9. Make it in the U.S.

We engineered, designed and manufactured SkyBell in the U.S. There’s no way we would have hit our goal with an offshore team. A local team is in the same time zone and can reach you for immediate answers. Also, nothing is lost in translation. Finally, you don’t have to wait four weeks for your product to travel across the ocean. In my opinion, the difference in costs are offset by the benefits of speed and accuracy.


10. Announce a launch date

Despite your best efforts, you’ll ship late whether your target is six or 12 months out. It’s best to declare a date to the folks that hold you accountable: your customers, the board, etc. This puts pressure on you and your engineering team.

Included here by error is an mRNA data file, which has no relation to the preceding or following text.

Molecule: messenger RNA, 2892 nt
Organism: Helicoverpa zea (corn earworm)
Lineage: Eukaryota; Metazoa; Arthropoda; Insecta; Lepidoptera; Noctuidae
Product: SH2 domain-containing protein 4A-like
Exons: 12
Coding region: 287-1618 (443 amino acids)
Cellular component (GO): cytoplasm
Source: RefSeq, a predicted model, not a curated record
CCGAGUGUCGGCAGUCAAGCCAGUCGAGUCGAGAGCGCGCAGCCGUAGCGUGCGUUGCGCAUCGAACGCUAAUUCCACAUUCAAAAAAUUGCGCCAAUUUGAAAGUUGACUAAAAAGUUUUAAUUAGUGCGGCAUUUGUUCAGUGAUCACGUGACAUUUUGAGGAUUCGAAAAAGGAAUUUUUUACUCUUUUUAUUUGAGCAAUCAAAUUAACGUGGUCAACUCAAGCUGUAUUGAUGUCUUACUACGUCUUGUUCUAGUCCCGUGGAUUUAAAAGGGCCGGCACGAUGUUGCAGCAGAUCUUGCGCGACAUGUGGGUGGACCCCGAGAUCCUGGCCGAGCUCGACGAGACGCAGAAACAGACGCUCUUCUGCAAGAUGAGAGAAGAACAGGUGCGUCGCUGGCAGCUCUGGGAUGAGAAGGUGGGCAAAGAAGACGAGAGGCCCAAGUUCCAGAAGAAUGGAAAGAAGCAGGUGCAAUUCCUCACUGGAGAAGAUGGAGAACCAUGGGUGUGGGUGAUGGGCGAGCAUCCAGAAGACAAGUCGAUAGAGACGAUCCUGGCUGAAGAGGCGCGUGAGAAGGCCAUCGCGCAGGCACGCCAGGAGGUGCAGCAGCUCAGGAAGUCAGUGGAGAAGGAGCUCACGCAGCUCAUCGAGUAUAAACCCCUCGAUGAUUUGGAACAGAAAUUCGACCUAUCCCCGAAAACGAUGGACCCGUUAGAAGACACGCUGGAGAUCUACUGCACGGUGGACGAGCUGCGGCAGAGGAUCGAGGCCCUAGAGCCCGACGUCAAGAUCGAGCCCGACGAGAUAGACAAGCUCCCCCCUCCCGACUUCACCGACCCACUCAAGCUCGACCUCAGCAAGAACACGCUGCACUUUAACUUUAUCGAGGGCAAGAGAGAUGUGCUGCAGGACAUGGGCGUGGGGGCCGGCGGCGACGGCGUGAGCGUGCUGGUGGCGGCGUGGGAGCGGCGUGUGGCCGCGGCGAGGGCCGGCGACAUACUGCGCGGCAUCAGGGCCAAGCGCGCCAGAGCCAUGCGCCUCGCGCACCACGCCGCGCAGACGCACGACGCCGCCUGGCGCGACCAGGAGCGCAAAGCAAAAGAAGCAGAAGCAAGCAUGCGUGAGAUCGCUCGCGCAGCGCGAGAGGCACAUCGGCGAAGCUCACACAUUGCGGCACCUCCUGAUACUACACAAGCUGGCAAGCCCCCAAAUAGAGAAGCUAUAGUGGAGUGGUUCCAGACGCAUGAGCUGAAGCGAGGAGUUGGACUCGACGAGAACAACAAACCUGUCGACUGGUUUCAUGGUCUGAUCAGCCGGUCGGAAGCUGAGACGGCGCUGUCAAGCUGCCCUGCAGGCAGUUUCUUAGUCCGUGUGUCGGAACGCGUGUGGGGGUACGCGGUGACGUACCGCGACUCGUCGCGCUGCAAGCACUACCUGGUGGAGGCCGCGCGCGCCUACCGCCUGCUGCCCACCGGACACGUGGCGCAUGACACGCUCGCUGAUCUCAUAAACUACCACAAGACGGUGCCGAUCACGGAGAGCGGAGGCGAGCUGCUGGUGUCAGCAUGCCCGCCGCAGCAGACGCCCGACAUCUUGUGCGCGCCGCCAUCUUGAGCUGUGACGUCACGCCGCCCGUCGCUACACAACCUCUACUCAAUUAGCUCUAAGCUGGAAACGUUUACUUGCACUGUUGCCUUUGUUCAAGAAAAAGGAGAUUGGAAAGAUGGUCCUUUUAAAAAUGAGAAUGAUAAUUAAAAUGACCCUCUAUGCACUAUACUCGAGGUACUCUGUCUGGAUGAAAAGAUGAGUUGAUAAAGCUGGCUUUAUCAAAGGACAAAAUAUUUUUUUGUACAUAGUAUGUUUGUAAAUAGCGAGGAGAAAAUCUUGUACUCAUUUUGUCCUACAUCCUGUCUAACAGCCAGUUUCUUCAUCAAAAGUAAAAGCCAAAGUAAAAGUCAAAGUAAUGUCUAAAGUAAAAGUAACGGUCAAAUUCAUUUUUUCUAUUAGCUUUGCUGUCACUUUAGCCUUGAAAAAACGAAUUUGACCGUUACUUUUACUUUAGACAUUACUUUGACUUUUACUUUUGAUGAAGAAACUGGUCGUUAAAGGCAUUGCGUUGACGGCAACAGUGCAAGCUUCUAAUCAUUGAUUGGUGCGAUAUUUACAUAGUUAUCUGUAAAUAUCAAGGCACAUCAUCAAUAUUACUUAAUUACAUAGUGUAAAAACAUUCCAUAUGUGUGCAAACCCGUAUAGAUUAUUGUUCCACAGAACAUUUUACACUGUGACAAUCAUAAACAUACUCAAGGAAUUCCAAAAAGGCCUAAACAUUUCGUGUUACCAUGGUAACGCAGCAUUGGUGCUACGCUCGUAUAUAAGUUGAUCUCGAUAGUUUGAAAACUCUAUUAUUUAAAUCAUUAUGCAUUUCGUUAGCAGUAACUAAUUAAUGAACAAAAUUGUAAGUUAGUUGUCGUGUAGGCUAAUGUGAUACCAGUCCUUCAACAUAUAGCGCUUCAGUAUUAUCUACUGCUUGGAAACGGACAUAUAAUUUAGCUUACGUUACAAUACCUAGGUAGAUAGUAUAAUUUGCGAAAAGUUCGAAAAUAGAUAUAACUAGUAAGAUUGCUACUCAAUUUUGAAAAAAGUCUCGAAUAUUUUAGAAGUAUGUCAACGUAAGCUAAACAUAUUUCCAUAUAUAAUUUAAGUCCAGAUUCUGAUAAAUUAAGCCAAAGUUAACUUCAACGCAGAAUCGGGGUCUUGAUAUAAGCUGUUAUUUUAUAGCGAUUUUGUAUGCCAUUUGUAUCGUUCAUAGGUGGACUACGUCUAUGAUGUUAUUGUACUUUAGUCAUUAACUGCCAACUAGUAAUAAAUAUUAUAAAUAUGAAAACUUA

We set a delivery date only two months after our Indiegogo campaign ended and shipped two months late. The first deadline helped put our backs against the wall and get it done faster than if we had said six months.


11. Launch

It has been said that, “Perfect is the enemy of great.” This couldn’t be truer when developing a product. Stop striving for perfection and ship your product.



The first version of SkyBell was far from perfect. Yet, releasing the device allowed us to find and fix bugs much faster than we could on our own. Ultimately, it created a better product and company. SkyBell was selected as a CES Innovations Award in Engineering and Design in 2014 alongside some of the best devices in consumer electronics.


By following this roadmap, we were able to develop, create and ship SkyBells to our first customers in a very short timeline. Whether you want to create a smart home security product or the next Uber, learn from our experience and create something amazing.


This article has been edited.

Andrew Thomas is an entrepreneur and speaker. He is co-founder of SkyBell Video Doorbell and contributes to Inc.com and Huffington Post. Connect with @apthomas on Twitter.